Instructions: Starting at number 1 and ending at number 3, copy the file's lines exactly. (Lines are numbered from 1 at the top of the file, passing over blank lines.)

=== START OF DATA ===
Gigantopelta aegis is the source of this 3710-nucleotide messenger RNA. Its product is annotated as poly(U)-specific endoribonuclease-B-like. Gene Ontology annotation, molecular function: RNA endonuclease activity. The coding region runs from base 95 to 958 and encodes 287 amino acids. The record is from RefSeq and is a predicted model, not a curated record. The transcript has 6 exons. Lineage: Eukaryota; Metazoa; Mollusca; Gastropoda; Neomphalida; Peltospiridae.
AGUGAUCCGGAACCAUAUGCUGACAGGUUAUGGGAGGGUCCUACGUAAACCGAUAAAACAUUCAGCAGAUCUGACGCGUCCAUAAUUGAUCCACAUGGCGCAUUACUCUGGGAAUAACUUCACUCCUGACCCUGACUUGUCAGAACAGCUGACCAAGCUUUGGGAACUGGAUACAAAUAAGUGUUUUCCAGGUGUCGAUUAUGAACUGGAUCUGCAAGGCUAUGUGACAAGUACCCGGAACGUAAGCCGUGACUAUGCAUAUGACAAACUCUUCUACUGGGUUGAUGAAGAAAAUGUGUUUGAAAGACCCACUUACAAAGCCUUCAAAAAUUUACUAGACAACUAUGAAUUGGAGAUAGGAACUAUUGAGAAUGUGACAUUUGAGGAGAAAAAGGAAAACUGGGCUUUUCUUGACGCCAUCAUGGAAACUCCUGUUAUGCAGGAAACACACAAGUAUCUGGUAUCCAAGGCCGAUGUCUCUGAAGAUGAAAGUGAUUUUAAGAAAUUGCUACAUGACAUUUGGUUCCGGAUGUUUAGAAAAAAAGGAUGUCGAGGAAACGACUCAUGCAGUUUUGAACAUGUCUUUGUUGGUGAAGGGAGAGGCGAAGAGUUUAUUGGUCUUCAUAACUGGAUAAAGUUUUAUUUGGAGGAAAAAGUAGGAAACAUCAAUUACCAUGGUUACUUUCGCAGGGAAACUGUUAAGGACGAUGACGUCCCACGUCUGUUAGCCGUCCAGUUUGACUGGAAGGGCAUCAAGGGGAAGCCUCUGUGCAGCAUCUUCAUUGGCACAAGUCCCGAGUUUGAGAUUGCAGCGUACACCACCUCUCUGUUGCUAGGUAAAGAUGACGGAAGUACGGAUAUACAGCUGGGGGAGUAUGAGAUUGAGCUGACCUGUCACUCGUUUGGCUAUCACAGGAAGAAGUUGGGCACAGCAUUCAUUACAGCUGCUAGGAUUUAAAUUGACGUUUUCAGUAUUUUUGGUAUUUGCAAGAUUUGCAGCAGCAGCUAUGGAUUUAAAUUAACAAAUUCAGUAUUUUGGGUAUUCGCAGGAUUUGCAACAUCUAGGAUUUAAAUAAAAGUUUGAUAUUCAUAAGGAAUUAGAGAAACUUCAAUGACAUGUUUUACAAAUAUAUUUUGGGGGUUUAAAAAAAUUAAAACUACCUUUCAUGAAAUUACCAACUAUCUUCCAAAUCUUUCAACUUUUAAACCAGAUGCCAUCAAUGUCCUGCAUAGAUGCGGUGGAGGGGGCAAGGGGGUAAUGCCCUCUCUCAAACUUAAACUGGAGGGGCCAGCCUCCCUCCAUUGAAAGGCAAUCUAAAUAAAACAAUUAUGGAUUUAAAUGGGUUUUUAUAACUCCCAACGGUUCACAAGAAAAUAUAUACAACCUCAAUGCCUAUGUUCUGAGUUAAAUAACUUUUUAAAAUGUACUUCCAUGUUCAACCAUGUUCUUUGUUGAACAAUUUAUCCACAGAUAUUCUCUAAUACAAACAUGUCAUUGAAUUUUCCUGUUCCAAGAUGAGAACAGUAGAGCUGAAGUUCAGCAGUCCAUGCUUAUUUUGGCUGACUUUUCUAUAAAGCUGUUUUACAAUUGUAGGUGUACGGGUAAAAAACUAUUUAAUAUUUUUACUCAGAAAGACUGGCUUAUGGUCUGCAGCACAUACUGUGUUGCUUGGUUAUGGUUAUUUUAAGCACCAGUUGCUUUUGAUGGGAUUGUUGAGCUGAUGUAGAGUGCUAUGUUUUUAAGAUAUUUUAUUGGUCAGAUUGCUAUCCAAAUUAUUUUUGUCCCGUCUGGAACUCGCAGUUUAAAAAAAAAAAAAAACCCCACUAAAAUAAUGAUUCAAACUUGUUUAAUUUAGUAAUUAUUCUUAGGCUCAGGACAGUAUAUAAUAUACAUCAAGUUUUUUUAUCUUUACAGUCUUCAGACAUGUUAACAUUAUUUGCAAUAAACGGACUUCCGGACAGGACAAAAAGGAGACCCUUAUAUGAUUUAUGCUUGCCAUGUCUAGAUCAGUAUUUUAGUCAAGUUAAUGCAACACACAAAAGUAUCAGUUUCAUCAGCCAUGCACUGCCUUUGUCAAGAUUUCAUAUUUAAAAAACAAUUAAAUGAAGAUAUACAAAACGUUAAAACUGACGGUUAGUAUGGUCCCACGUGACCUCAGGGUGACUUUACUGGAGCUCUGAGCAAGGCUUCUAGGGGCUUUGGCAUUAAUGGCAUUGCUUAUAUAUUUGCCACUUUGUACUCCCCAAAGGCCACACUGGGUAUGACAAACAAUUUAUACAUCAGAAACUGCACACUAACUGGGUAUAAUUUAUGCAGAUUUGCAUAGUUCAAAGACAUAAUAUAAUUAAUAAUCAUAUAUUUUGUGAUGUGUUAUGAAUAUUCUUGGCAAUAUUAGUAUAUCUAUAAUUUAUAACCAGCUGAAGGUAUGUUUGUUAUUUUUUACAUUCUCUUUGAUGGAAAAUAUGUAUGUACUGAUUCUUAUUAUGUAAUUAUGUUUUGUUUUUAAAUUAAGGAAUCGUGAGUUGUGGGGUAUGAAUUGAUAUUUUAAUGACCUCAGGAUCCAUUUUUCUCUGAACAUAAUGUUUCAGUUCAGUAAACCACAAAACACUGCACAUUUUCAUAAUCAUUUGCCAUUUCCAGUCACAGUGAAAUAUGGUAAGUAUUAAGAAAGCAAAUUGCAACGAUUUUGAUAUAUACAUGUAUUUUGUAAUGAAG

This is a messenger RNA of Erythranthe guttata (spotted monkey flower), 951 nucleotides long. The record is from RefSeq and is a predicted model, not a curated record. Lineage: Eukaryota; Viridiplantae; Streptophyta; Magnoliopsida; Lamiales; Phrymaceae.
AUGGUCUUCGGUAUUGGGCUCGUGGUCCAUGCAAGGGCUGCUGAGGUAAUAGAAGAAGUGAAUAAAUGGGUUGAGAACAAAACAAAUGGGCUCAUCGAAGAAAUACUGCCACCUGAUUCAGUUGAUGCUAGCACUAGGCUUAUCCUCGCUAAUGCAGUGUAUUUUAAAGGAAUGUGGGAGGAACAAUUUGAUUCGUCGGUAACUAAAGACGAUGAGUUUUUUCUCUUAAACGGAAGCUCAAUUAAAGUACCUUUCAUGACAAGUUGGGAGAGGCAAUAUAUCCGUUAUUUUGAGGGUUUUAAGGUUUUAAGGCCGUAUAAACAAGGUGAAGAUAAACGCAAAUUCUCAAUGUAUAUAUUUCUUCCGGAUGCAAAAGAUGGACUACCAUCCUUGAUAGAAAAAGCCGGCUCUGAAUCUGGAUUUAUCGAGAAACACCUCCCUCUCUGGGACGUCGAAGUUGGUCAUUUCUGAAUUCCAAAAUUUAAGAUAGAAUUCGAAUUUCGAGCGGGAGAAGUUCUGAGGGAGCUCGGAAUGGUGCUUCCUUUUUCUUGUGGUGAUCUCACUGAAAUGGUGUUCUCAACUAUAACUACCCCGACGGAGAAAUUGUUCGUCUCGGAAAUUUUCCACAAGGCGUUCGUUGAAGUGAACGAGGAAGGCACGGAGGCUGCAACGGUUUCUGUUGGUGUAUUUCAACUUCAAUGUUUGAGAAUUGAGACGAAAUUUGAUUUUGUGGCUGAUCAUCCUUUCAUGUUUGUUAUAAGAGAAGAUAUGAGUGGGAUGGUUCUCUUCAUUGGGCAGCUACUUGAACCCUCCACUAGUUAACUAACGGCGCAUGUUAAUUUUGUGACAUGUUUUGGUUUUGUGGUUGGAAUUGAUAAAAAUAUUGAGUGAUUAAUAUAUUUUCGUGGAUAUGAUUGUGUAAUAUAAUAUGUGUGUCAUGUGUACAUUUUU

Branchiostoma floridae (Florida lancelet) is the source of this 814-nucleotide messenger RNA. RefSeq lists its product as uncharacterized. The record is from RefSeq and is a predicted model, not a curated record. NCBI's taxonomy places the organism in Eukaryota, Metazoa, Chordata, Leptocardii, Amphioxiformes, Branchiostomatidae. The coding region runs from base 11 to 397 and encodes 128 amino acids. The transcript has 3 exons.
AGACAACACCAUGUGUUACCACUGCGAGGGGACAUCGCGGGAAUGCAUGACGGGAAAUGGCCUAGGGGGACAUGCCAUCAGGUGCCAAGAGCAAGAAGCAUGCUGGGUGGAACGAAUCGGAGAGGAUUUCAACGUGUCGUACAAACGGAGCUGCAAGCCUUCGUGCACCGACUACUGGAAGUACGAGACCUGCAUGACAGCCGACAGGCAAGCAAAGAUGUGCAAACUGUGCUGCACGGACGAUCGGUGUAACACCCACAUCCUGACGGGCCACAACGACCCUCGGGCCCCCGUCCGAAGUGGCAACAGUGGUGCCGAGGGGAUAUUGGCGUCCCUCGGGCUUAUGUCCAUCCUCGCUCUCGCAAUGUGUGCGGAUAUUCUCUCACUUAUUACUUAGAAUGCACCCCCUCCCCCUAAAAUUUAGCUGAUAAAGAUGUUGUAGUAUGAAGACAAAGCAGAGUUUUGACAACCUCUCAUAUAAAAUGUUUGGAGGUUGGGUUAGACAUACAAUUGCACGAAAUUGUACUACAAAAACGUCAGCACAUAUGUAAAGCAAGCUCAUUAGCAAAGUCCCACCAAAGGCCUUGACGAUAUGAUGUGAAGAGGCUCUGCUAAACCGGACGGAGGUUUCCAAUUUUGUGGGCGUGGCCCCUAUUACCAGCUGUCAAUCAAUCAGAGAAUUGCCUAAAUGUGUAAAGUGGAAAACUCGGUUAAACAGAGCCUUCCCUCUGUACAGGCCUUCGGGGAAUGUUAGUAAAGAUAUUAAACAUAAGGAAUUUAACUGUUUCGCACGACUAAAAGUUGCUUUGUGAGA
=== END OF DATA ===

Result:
Gigantopelta aegis is the source of this 3710-nucleotide messenger RNA. Its product is annotated as poly(U)-specific endoribonuclease-B-like. Gene Ontology annotation, molecular function: RNA endonuclease activity. The coding region runs from base 95 to 958 and encodes 287 amino acids. The record is from RefSeq and is a predicted model, not a curated record. The transcript has 6 exons. Lineage: Eukaryota; Metazoa; Mollusca; Gastropoda; Neomphalida; Peltospiridae.
AGUGAUCCGGAACCAUAUGCUGACAGGUUAUGGGAGGGUCCUACGUAAACCGAUAAAACAUUCAGCAGAUCUGACGCGUCCAUAAUUGAUCCACAUGGCGCAUUACUCUGGGAAUAACUUCACUCCUGACCCUGACUUGUCAGAACAGCUGACCAAGCUUUGGGAACUGGAUACAAAUAAGUGUUUUCCAGGUGUCGAUUAUGAACUGGAUCUGCAAGGCUAUGUGACAAGUACCCGGAACGUAAGCCGUGACUAUGCAUAUGACAAACUCUUCUACUGGGUUGAUGAAGAAAAUGUGUUUGAAAGACCCACUUACAAAGCCUUCAAAAAUUUACUAGACAACUAUGAAUUGGAGAUAGGAACUAUUGAGAAUGUGACAUUUGAGGAGAAAAAGGAAAACUGGGCUUUUCUUGACGCCAUCAUGGAAACUCCUGUUAUGCAGGAAACACACAAGUAUCUGGUAUCCAAGGCCGAUGUCUCUGAAGAUGAAAGUGAUUUUAAGAAAUUGCUACAUGACAUUUGGUUCCGGAUGUUUAGAAAAAAAGGAUGUCGAGGAAACGACUCAUGCAGUUUUGAACAUGUCUUUGUUGGUGAAGGGAGAGGCGAAGAGUUUAUUGGUCUUCAUAACUGGAUAAAGUUUUAUUUGGAGGAAAAAGUAGGAAACAUCAAUUACCAUGGUUACUUUCGCAGGGAAACUGUUAAGGACGAUGACGUCCCACGUCUGUUAGCCGUCCAGUUUGACUGGAAGGGCAUCAAGGGGAAGCCUCUGUGCAGCAUCUUCAUUGGCACAAGUCCCGAGUUUGAGAUUGCAGCGUACACCACCUCUCUGUUGCUAGGUAAAGAUGACGGAAGUACGGAUAUACAGCUGGGGGAGUAUGAGAUUGAGCUGACCUGUCACUCGUUUGGCUAUCACAGGAAGAAGUUGGGCACAGCAUUCAUUACAGCUGCUAGGAUUUAAAUUGACGUUUUCAGUAUUUUUGGUAUUUGCAAGAUUUGCAGCAGCAGCUAUGGAUUUAAAUUAACAAAUUCAGUAUUUUGGGUAUUCGCAGGAUUUGCAACAUCUAGGAUUUAAAUAAAAGUUUGAUAUUCAUAAGGAAUUAGAGAAACUUCAAUGACAUGUUUUACAAAUAUAUUUUGGGGGUUUAAAAAAAUUAAAACUACCUUUCAUGAAAUUACCAACUAUCUUCCAAAUCUUUCAACUUUUAAACCAGAUGCCAUCAAUGUCCUGCAUAGAUGCGGUGGAGGGGGCAAGGGGGUAAUGCCCUCUCUCAAACUUAAACUGGAGGGGCCAGCCUCCCUCCAUUGAAAGGCAAUCUAAAUAAAACAAUUAUGGAUUUAAAUGGGUUUUUAUAACUCCCAACGGUUCACAAGAAAAUAUAUACAACCUCAAUGCCUAUGUUCUGAGUUAAAUAACUUUUUAAAAUGUACUUCCAUGUUCAACCAUGUUCUUUGUUGAACAAUUUAUCCACAGAUAUUCUCUAAUACAAACAUGUCAUUGAAUUUUCCUGUUCCAAGAUGAGAACAGUAGAGCUGAAGUUCAGCAGUCCAUGCUUAUUUUGGCUGACUUUUCUAUAAAGCUGUUUUACAAUUGUAGGUGUACGGGUAAAAAACUAUUUAAUAUUUUUACUCAGAAAGACUGGCUUAUGGUCUGCAGCACAUACUGUGUUGCUUGGUUAUGGUUAUUUUAAGCACCAGUUGCUUUUGAUGGGAUUGUUGAGCUGAUGUAGAGUGCUAUGUUUUUAAGAUAUUUUAUUGGUCAGAUUGCUAUCCAAAUUAUUUUUGUCCCGUCUGGAACUCGCAGUUUAAAAAAAAAAAAAAACCCCACUAAAAUAAUGAUUCAAACUUGUUUAAUUUAGUAAUUAUUCUUAGGCUCAGGACAGUAUAUAAUAUACAUCAAGUUUUUUUAUCUUUACAGUCUUCAGACAUGUUAACAUUAUUUGCAAUAAACGGACUUCCGGACAGGACAAAAAGGAGACCCUUAUAUGAUUUAUGCUUGCCAUGUCUAGAUCAGUAUUUUAGUCAAGUUAAUGCAACACACAAAAGUAUCAGUUUCAUCAGCCAUGCACUGCCUUUGUCAAGAUUUCAUAUUUAAAAAACAAUUAAAUGAAGAUAUACAAAACGUUAAAACUGACGGUUAGUAUGGUCCCACGUGACCUCAGGGUGACUUUACUGGAGCUCUGAGCAAGGCUUCUAGGGGCUUUGGCAUUAAUGGCAUUGCUUAUAUAUUUGCCACUUUGUACUCCCCAAAGGCCACACUGGGUAUGACAAACAAUUUAUACAUCAGAAACUGCACACUAACUGGGUAUAAUUUAUGCAGAUUUGCAUAGUUCAAAGACAUAAUAUAAUUAAUAAUCAUAUAUUUUGUGAUGUGUUAUGAAUAUUCUUGGCAAUAUUAGUAUAUCUAUAAUUUAUAACCAGCUGAAGGUAUGUUUGUUAUUUUUUACAUUCUCUUUGAUGGAAAAUAUGUAUGUACUGAUUCUUAUUAUGUAAUUAUGUUUUGUUUUUAAAUUAAGGAAUCGUGAGUUGUGGGGUAUGAAUUGAUAUUUUAAUGACCUCAGGAUCCAUUUUUCUCUGAACAUAAUGUUUCAGUUCAGUAAACCACAAAACACUGCACAUUUUCAUAAUCAUUUGCCAUUUCCAGUCACAGUGAAAUAUGGUAAGUAUUAAGAAAGCAAAUUGCAACGAUUUUGAUAUAUACAUGUAUUUUGUAAUGAAG

This is a messenger RNA of Erythranthe guttata (spotted monkey flower), 951 nucleotides long. The record is from RefSeq and is a predicted model, not a curated record. Lineage: Eukaryota; Viridiplantae; Streptophyta; Magnoliopsida; Lamiales; Phrymaceae.